Shmuel Polin
ניט מיט שעלטן/לאַכן קען מען די וועלט איבערמאַכן

London and Gilad Shalits Release in Retrospect

My Journey to London Overseas and Gilad Shalit’s Release in Retrospect

“Why is Israel occupying Palestine?” ”Yahud” “My heart goes out to the Jewish People” “Free Palestine” “I support Israel”.  These statements confronted me on a daily basis, as a resident in London, near Kings Cross St Pancras, until my departure. In this period of time, I had been frequented with as many diverse political memes about Israel as expressed in the Hadag Nahash song, “Shirat Hasticker”.

This diverse array of politically and socially charged remarks came despite most never actually meeting a Jew, nonetheless an Israeli before. In 2011-2012 I lived for a semester in London as an exchange student at University of London’s School for Oriental and African Studies (SOAS).

For most Londoners, I was there first experience with a Jew.  I distinctly remember introducing myself atop a rooftop bar my first week in London when I was approached by one of the residents of my hall. He cheerfully greeted me with “Where are you from” I retorted with “America.” He pried deeper and I cringed “Yes but from where are your ancestors from?” I just returned from Malaysia, China and Vietnam and I learned from my travels up until this point it was usually safer to conceal my Jewish-Israeli identity. However, I decided that London would be different. “Israel, I am Jewish” I responded.

From this point on until my departure from London, I graciously accepted the role of cultural emissary for my people. Students all knew I was Israeli, and a Jew, many times before I had even the opportunity to meet them.

In the period of time beginning upon my arrival until two months into my stay, there was a series of demonstrations at the University against Israel at SOAS. In the first weeks, there had been the “Celebrate Palestine” demonstrations and counter protests by pro-Israel activists.

George Galloway, who has become notorious for his extreme anti-Israel sediment, also made a presence during my stay in 2011.

About two months into my program on October 17th, I was waiting to catch the train in the Underground. Peering over the shoulder of the newspaper in front of me I read, “Gilad Shalit is being released, HOME.” I felt a lump in my throat, and was unable to hold back tears. Shalit’s story struck a chord with me. Being away from home for a while now, in a foreign country, I had already begun to feel homesick. Gilad Shalit was held captive for 1,940 Days, 5 years. His pain was totally incomprehensible.

Surprised as much by the release of Gilad Shalit was I also, by the reaction of my classmates. Until this fateful day I felt a foreigner in London, frequented with hostility against Israel. This emotion shifted to comradery as texts and Facebook messages flooded my inbox within hours from British-Muslim students. “Finally Welcome Home!”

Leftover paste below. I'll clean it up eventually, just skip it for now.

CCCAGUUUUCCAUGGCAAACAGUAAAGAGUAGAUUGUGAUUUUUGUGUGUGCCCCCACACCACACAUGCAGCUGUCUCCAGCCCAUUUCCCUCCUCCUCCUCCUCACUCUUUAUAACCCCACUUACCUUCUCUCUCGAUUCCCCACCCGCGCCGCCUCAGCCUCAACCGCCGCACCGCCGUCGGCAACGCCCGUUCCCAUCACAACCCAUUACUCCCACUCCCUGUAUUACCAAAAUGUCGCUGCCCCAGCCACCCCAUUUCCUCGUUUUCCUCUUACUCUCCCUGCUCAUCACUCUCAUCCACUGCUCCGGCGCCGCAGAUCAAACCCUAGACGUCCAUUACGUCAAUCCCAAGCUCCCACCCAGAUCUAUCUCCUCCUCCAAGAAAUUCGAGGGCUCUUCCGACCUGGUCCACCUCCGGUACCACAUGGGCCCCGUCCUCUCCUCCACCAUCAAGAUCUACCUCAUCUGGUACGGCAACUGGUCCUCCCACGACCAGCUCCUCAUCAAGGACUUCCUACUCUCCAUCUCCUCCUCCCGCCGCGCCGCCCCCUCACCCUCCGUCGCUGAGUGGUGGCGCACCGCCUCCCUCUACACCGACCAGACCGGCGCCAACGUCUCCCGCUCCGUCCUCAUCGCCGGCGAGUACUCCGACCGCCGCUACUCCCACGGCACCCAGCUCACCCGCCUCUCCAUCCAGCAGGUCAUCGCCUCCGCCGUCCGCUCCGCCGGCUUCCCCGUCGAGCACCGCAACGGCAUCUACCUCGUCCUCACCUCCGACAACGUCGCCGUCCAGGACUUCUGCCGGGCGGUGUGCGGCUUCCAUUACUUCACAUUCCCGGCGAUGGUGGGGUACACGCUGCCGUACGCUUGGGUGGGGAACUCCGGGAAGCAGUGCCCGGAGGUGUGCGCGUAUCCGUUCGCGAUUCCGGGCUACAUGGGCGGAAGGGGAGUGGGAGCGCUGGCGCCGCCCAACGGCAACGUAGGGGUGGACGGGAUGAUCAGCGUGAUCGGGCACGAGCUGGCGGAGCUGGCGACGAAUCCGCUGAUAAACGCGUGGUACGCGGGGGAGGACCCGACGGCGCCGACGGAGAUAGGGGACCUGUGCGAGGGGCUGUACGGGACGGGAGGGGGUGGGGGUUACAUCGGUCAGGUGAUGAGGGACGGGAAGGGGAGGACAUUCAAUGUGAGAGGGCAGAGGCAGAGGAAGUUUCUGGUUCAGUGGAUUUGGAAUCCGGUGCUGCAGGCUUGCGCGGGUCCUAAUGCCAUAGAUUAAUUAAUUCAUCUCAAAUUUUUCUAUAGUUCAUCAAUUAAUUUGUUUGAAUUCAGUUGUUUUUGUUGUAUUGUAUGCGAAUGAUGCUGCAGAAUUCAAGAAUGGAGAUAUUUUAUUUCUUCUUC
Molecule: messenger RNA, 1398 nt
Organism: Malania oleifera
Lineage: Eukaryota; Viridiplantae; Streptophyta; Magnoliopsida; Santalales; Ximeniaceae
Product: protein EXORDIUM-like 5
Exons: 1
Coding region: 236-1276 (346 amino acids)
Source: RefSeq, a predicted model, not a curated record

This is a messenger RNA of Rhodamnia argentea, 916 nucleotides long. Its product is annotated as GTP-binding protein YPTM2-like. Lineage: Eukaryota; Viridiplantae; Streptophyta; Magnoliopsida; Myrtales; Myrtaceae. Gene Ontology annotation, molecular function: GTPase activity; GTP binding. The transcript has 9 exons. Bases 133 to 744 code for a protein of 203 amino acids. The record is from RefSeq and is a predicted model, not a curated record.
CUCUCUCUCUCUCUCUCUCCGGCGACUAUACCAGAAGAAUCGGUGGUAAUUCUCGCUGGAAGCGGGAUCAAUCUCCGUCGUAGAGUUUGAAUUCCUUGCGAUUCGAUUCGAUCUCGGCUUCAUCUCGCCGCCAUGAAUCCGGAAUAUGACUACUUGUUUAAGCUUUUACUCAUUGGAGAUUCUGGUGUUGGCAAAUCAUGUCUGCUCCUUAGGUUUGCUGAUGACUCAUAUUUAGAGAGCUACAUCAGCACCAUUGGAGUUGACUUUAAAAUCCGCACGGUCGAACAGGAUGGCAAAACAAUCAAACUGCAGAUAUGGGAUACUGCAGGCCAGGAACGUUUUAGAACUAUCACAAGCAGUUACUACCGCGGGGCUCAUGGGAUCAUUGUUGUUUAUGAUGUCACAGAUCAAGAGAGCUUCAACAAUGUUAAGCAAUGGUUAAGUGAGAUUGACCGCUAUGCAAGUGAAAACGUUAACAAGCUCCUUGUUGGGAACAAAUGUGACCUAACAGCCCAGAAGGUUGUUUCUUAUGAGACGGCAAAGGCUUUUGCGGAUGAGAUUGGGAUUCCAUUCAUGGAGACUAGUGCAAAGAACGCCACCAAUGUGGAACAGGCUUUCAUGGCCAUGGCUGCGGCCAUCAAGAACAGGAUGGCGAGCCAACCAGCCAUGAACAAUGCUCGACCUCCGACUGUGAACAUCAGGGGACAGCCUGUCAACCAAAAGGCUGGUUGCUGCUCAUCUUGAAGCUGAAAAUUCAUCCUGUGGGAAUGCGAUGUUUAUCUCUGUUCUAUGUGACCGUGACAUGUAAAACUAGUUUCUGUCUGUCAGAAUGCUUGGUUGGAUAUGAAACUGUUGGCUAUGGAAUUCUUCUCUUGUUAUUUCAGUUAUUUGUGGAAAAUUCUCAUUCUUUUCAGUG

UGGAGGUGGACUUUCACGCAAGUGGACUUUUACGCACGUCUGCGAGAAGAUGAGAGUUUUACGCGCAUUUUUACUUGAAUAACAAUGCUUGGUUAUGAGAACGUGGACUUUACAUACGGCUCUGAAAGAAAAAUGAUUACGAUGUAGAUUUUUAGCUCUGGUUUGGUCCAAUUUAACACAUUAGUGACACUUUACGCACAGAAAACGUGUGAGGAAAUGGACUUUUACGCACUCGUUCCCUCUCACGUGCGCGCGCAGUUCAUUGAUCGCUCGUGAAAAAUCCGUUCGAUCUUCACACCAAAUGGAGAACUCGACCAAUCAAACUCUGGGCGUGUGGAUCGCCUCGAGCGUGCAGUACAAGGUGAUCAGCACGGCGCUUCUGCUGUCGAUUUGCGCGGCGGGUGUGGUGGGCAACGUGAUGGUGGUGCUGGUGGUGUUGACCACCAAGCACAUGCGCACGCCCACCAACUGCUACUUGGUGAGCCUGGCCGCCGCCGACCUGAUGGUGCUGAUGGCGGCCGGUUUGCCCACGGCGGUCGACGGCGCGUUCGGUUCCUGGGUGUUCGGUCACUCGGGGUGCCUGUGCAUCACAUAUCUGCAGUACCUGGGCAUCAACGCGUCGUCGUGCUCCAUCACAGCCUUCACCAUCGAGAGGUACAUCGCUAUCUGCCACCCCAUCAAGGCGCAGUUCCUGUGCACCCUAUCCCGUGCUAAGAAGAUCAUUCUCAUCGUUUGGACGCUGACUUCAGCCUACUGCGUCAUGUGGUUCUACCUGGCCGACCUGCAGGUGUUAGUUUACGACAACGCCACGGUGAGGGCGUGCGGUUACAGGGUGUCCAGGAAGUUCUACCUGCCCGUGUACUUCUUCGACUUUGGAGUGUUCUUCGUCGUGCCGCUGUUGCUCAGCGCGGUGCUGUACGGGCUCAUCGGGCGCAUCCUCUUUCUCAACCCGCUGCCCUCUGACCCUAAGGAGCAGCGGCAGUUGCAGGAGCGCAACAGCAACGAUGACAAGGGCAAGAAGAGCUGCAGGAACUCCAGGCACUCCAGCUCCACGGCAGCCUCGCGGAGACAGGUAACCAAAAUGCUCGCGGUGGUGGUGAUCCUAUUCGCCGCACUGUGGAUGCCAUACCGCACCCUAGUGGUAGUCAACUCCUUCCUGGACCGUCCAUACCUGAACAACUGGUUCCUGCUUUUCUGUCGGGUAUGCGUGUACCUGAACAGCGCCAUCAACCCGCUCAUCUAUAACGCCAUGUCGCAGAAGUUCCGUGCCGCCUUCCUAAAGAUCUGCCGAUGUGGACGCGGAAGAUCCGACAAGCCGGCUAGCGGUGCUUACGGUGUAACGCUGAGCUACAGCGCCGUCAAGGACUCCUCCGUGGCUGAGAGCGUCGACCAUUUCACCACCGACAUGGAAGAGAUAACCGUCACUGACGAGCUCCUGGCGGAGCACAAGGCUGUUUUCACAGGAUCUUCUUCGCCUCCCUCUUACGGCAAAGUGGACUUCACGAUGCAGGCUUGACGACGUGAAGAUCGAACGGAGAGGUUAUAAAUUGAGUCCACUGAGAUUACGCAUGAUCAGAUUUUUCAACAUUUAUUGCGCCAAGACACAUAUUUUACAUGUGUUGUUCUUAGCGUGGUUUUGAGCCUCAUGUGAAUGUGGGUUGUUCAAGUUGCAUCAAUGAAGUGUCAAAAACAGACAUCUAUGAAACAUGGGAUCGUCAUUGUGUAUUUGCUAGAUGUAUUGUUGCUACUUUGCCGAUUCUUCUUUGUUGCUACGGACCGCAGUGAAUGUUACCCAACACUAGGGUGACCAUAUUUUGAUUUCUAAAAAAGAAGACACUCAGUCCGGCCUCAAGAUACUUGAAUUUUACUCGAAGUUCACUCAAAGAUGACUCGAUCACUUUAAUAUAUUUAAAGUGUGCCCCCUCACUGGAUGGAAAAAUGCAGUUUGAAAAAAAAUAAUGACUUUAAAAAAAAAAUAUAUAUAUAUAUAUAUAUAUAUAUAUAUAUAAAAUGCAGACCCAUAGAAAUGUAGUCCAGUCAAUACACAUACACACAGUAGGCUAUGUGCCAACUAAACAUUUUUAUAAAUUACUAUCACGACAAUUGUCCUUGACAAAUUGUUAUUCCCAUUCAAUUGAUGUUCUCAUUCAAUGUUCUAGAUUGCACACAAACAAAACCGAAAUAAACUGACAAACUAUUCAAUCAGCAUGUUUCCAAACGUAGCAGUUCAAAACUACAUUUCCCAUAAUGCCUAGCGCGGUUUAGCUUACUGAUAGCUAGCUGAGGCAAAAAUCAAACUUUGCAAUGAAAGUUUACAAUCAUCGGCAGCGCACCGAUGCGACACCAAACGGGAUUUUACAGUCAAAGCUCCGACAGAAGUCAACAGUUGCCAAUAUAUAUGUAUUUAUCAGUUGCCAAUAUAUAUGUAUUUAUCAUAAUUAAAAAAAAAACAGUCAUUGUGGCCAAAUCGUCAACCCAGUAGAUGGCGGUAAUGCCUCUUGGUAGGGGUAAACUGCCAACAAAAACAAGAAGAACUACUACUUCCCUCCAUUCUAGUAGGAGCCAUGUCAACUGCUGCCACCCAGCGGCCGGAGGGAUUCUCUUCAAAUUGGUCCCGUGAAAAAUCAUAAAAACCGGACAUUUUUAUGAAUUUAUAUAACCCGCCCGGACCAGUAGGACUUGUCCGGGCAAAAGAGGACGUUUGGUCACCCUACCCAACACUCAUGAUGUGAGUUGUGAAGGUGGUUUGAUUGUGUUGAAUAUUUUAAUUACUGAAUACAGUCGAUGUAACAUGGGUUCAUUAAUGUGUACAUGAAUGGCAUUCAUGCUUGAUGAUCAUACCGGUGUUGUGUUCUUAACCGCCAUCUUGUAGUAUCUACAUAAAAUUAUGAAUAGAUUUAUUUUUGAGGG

The sediment against Israel didn’t surprise me. However, the reaction of my British-Muslim classmates did.

While the 2006 Lebanon War and Gaza Wars both saw steep increases in Anti-Semitism, the release of Gilad Shalit had the reverse effect and was a PR victory for Israel.

As the world rejoiced, Jews overseas saw a rare window of time when public attention was briefly turned from vilifying Israel to harmonizing with one of its victims, Gilad Shalit.

In my case, it was the impetus that helped reverse negative stigmas and bridge cultural divides.

Following the release of Gilad Shalit, until my departure. Protests died down. All but a few of my classmates and close friends were Muslim: either South Asian, European converts, or Middle Eastern. While the opinion of Israel was still sometimes negative, some revered Israel as a democratic, Jewish, mostly secular state protecting itself. All students respected my solidary with both Judaism and the Israeli flag that hung proudly in my window right above entrance to the Dinwitty resident hall. With the release of Gilad Shalit, my stay in London became more easily enjoyable and coming HOME all the more powerful.

About the Author
Rabbi Shmuel Polin is the Rabbi of Etz Chaim Congregation - Monroe Township Jewish Center on Monroe Township, New Jersey. A New Jersey native, he completed his B.A. at American University in Washington D.C. where he studied Jewish Studies and International Studies. He also completed both an M.A. in Holocaust and Genocide Studies and an M.A. in Jewish Studies from Gratz College of Melrose Park, Pennsylvania. His thesis focused on the depiction of European antisemitism in 1930's-1940's American and foreign cinema. Subsequent to both of masters programs, Rabbi Polin graduated with a third Masters in Hebrew Letters and received his Semikhah (Rabbinic ordination) from the Hebrew Union College - Jewish Institute of Religion in Cincinnati, Ohio. Shmuel has years of experience of teaching Hebrew School at Kehillat HaNahar of New Hope, Pennsylvania, leading as a student rabbi at Beth Boruk Temple (Richmond, Indiana) and Temple Israel (Paducah, Kentucky), and also working for Israeli non-governmental organizations.
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